Effective January 1, 2013, Florida Personal Injury Protection (No-Fault Coverage) law has changed.Changes in the law that broaden your PIP coverage are effective on January 1, 2013.Changes that restrict your coverage are effective on your first renewal that occurs on or after January 1, 2013.Changes in the law include the following:
Medical expenses. Your insurance company may restrict its policy so that it only pays 80% of properly billed and documented reasonable charges for medical expenses that are medically necessary, but only if the insured (the injured party) receives initial services and care from a "health care provider" within 14 days after the motor vehicle crash.
Your insurance company may not pay for any medical expenses if the insured (injured party) does not receive initial services and care from a "health care provider" WITHIN 14 DAYS AFTER THE MOTOR VEHICLE CRASH.
Death benefits.Your insurance company may pay $5,000 per deceased individual insured.
Limits of coverage.
The most your insurance company may pay for each injured insured (injured party) as a result of any one motor vehicle crash is $10,000 for all combined medical expenses, income loss, and replacement services lost.
Death benefits.Your insurance company may pay $5,000 per deceased individual insured.The death benefits limit is in addition to the medical expenses, income loss, and replacement services loss limit.
Medical expenses.The limit for an "emergency medical condition" is $10,000.
Medical expenses.The limit for a "non-emergency medical condition" is $2,500.
Medical expenses.The insurance company may limit reimbursement of medical expenses to 80% of a properly billed and documented reasonable charge, but may pay no more than 80% of the No-Fault Act "schedule of maximum charges" as described in the insurance policy.
Limitations of PIP Insurance Coverage.
There may be no PIP/No-fault coverage for a person who:
Refuses to submit to or complete an examination under oath or fails to appear at an examination under oath; or
ii.Refuses to provide or complete a statement under oath or fails to appear at a statement under oath.
There may be no coverage for any massage or acupuncture treatment.
There may be no coverage for services, care or treatment provided by a massage therapist or acupuncturist.
Definitions relevant to the above:
"Emergency medical condition" has been added by the statute and I suspect will be added to most every PIP/No-fault policy issued in the State of Florida and it means a medical condition manifesting itself by acute symptoms of sufficient severity, which may include sever pain, such that the absence of immediate medical attention could reasonably be expected to result in any of the following:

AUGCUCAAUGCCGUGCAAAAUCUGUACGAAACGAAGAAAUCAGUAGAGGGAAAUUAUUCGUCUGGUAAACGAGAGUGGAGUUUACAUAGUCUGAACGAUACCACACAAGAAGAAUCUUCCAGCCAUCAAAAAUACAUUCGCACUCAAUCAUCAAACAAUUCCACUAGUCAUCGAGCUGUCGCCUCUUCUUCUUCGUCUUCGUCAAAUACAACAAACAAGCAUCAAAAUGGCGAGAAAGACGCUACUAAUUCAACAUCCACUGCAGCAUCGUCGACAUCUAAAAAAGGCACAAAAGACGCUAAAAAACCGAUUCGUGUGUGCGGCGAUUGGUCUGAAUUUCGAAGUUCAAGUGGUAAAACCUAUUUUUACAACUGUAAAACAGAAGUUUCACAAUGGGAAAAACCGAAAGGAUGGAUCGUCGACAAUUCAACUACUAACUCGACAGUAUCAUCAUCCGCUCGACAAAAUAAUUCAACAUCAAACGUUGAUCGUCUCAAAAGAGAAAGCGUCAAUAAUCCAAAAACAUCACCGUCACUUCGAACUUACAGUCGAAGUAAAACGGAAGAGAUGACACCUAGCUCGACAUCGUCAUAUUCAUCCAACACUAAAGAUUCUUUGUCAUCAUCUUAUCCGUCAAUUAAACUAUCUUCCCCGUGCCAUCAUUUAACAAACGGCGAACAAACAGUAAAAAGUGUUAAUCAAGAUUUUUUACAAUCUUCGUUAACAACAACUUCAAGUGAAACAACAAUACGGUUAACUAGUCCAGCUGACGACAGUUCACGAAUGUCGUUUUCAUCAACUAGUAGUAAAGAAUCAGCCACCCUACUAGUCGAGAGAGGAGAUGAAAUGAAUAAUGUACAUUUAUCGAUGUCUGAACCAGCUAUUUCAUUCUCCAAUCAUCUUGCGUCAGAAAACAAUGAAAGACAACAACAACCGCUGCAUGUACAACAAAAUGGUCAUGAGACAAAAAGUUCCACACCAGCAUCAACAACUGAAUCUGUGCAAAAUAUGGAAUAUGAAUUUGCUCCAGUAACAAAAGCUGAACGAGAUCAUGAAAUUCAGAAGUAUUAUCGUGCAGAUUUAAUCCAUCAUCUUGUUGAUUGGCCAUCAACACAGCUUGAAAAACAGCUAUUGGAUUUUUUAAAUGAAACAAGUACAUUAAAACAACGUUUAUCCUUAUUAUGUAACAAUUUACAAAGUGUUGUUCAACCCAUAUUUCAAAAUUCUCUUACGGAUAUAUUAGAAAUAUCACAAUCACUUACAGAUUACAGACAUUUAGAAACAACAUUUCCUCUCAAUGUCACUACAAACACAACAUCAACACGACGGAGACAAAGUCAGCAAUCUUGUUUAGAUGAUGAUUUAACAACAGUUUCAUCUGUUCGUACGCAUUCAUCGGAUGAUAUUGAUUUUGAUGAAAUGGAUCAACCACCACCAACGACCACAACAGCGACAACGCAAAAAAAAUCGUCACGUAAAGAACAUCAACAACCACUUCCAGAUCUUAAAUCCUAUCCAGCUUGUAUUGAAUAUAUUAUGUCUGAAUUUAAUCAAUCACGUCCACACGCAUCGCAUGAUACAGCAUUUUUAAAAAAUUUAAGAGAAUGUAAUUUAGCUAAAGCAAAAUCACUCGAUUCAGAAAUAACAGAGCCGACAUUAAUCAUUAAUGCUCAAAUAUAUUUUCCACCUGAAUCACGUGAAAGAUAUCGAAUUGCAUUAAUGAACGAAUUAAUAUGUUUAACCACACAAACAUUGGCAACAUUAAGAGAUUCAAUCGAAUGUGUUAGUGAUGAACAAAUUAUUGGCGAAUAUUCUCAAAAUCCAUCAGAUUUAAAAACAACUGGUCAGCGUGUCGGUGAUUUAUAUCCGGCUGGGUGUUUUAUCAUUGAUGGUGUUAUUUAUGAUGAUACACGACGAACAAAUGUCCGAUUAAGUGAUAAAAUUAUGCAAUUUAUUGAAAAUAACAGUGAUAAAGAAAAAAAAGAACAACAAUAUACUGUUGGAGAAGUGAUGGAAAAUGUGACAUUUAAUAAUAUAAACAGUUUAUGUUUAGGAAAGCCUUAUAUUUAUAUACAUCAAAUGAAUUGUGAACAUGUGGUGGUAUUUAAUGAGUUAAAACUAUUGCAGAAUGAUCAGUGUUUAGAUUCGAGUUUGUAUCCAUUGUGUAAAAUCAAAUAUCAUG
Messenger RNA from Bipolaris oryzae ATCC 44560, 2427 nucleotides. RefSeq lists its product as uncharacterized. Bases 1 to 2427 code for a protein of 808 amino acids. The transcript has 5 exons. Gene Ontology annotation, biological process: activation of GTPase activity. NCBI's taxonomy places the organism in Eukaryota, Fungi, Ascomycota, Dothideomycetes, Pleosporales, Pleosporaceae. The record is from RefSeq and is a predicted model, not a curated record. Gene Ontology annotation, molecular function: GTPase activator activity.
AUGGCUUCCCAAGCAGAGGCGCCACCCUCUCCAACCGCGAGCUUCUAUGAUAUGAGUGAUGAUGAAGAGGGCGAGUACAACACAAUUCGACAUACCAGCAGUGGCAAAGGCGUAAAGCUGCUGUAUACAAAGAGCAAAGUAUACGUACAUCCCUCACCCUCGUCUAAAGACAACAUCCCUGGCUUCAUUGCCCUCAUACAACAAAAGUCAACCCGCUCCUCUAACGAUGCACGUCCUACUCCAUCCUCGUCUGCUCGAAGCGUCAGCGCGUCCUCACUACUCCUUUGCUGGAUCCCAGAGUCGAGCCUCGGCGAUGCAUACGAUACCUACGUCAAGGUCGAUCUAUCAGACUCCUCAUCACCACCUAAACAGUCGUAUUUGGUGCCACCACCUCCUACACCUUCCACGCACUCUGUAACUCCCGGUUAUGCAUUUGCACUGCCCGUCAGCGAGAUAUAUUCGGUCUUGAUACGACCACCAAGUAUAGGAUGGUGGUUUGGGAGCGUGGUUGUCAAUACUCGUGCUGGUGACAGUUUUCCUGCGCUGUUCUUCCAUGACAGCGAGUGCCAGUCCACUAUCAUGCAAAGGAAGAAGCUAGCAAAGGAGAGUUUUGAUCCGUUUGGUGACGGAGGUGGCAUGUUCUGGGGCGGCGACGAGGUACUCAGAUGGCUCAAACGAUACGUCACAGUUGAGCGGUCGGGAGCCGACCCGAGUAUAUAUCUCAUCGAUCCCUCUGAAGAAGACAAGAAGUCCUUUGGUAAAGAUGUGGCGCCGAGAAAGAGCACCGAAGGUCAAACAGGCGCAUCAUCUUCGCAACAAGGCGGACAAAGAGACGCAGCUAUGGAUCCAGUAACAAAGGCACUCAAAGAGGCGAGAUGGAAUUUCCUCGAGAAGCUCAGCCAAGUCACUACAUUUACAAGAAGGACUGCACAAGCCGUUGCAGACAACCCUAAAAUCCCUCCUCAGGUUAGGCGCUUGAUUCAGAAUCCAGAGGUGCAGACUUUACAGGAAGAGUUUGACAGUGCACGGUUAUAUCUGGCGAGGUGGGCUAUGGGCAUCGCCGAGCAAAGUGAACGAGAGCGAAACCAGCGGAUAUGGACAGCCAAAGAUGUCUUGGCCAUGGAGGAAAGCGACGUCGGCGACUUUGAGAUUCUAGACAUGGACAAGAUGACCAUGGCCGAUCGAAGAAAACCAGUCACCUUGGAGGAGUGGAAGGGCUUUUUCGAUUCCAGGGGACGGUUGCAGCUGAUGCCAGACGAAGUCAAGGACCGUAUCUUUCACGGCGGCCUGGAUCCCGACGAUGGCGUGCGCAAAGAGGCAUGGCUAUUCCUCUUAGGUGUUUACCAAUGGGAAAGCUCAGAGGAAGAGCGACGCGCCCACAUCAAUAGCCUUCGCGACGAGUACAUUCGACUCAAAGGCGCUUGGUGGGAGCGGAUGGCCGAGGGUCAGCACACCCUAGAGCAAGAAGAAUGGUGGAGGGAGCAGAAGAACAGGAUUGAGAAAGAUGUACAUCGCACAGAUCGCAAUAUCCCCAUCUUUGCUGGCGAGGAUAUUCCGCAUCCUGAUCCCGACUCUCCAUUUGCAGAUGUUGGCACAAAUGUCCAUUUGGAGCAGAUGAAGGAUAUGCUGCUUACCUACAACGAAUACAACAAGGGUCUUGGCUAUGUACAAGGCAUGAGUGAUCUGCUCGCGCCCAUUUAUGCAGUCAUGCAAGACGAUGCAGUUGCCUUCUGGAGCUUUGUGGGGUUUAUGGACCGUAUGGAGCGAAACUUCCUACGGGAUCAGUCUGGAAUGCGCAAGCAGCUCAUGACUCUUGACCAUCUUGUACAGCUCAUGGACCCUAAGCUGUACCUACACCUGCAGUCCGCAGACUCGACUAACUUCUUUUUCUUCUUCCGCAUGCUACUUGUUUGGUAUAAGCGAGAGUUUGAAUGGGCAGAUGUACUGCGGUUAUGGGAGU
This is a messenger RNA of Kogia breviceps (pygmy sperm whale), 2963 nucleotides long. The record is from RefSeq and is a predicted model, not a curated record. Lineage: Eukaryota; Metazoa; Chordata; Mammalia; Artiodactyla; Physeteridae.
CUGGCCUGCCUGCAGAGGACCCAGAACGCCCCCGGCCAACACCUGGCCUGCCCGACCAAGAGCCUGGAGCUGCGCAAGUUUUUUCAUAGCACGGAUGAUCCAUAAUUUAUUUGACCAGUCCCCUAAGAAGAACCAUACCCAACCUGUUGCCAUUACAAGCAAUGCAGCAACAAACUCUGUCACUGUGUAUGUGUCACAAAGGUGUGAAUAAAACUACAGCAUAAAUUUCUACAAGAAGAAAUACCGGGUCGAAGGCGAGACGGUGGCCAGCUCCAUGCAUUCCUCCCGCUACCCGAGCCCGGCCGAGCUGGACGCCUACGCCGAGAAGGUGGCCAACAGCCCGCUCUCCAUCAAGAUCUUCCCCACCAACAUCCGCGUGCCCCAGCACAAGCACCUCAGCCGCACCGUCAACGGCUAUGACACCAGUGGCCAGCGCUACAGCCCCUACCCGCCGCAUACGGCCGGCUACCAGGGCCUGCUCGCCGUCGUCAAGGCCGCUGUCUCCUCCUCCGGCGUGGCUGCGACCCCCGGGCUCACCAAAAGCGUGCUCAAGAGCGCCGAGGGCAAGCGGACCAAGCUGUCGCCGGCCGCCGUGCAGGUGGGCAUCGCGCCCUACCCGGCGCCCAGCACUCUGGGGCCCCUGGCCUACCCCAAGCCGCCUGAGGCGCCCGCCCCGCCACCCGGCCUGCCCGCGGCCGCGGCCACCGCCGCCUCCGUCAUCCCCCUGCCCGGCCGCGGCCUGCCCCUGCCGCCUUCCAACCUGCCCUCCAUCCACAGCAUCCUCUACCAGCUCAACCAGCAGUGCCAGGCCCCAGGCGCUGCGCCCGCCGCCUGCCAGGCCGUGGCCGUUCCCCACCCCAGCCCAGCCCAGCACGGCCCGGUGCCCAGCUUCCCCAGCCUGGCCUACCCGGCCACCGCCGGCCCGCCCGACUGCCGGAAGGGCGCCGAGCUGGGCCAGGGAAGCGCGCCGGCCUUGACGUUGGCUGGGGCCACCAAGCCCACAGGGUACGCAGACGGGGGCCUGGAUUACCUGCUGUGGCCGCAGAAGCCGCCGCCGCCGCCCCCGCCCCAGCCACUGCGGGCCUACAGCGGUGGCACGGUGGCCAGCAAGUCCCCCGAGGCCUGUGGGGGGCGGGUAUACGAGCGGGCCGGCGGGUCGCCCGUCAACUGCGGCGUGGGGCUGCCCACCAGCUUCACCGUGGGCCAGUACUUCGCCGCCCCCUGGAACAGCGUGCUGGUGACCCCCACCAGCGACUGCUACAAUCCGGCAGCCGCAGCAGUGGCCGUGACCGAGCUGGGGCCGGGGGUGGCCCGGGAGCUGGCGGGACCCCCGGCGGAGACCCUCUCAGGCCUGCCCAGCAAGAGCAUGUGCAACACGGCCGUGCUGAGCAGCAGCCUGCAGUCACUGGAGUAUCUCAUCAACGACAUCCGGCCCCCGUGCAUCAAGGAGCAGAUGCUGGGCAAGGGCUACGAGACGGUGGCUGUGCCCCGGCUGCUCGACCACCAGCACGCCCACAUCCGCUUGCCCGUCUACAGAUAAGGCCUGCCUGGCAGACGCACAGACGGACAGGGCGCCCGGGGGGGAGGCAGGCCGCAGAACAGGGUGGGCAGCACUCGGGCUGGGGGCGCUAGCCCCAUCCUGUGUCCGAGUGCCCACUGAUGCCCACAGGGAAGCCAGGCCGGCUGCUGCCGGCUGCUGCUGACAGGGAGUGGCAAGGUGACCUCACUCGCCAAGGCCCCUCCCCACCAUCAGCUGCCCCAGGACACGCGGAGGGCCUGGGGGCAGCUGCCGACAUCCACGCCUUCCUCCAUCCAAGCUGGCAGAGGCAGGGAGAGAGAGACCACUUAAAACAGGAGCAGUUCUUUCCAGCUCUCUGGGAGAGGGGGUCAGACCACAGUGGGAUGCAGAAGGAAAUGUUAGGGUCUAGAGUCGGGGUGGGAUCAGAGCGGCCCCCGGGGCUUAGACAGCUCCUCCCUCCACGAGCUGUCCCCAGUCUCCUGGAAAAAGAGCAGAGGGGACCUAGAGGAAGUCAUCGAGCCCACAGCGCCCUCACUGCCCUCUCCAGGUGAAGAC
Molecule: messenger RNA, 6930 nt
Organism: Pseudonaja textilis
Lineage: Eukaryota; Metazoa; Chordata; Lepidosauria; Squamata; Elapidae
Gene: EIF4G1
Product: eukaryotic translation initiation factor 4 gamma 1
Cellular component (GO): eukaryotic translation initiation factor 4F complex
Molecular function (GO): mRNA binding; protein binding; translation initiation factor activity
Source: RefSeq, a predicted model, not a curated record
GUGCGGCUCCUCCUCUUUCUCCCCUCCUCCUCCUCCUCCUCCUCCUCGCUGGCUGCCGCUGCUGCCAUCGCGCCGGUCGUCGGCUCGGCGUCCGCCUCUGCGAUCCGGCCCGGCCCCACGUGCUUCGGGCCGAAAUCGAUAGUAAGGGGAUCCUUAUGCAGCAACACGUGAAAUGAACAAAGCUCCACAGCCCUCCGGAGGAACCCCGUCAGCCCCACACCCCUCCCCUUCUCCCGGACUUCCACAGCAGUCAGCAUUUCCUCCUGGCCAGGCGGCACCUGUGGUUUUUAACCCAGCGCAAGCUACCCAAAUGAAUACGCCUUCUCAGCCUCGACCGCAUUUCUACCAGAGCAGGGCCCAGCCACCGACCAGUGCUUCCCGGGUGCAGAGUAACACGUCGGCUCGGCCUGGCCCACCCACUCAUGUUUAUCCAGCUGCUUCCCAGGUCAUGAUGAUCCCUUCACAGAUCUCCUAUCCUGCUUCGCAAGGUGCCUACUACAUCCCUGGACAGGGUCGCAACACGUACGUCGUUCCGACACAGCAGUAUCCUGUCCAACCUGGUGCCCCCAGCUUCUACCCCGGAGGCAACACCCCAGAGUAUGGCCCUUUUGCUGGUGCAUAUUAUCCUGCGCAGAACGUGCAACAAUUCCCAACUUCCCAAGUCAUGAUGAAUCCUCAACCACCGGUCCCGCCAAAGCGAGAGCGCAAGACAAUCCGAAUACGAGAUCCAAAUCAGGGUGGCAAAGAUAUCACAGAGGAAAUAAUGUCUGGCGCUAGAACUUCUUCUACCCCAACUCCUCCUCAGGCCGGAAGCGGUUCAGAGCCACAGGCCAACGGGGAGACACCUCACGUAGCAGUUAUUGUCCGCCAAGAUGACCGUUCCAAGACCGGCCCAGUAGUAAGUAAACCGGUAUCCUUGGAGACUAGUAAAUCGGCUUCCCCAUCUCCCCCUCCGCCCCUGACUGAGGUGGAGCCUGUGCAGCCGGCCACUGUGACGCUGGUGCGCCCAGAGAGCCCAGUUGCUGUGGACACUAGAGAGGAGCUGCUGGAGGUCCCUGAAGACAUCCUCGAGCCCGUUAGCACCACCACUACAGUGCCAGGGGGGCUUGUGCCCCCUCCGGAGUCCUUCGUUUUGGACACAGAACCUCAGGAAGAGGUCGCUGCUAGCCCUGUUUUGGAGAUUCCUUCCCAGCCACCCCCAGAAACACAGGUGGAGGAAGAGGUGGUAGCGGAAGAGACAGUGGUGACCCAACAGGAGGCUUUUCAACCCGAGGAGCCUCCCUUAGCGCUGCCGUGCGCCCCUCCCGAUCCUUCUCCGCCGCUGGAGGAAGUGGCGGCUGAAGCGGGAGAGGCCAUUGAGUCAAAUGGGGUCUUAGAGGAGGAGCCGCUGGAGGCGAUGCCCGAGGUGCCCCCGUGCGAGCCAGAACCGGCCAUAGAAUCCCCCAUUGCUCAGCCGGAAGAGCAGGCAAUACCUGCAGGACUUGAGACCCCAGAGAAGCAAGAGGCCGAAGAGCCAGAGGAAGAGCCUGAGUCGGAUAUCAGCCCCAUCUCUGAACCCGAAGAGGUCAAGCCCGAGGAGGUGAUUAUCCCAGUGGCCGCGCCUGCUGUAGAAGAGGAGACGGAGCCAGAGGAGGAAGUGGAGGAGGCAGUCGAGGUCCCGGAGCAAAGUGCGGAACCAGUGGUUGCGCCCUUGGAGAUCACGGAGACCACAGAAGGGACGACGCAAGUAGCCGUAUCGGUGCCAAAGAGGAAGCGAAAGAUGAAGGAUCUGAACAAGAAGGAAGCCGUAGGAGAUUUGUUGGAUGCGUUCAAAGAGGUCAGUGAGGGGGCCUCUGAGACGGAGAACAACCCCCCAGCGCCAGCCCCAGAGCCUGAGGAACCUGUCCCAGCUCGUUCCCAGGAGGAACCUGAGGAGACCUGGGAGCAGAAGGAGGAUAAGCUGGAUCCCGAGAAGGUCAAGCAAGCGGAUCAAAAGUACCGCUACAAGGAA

Serious jeopardy to the patient health;
Serious impairment to bodily function; or
Serious dysfunction of any bodily organ or part.
"Medical expenses" means reasonable charges incurred for medically necessary medical, surgical, x-ray, dental, and rehabilitative services, including medically necessary prosthetic devices and medically necessary ambulance, hospital, and nursing services. Medical expenses DO NOT include massage, acupuncture, or any services, care, treatment or supplies provided by any massage therapist or any acupuncturist.
"Reasonable charge" includes reasonable expense and means an amount determined to be reasonable in accordance with the Florida No-Fault Act including:
Usual and customary charges.
Payments accepted by the provider.
Reimbursement levels in the community.
Various federal and state medical fee schedules applicable to motor vehicle and other insurance coverages.
The schedule of maximum charges in the No-Fault Act.
Other information relevant to the reasonableness of the charge for the services, treatment, or supplies.
Medicare coding policies and payment methodologies of the Federal Centers for Medicare and Medicaid Services, including applicable modifiers, if the coding policy or payment methodology does not constitute a utilization limit.
Of course this new No-Fault law just came into effect and is subject to judicial determination which I am reasonably certain will occur.I whole heartedly expect a strong Constitutional challenge to this law and await the Florida Supreme Courts ruling with regard to same.
As always, should you have any questions or comments regarding the foregoing comments, feel free to contact Charpentier Law Firm, P.A. at (321) 308-8020.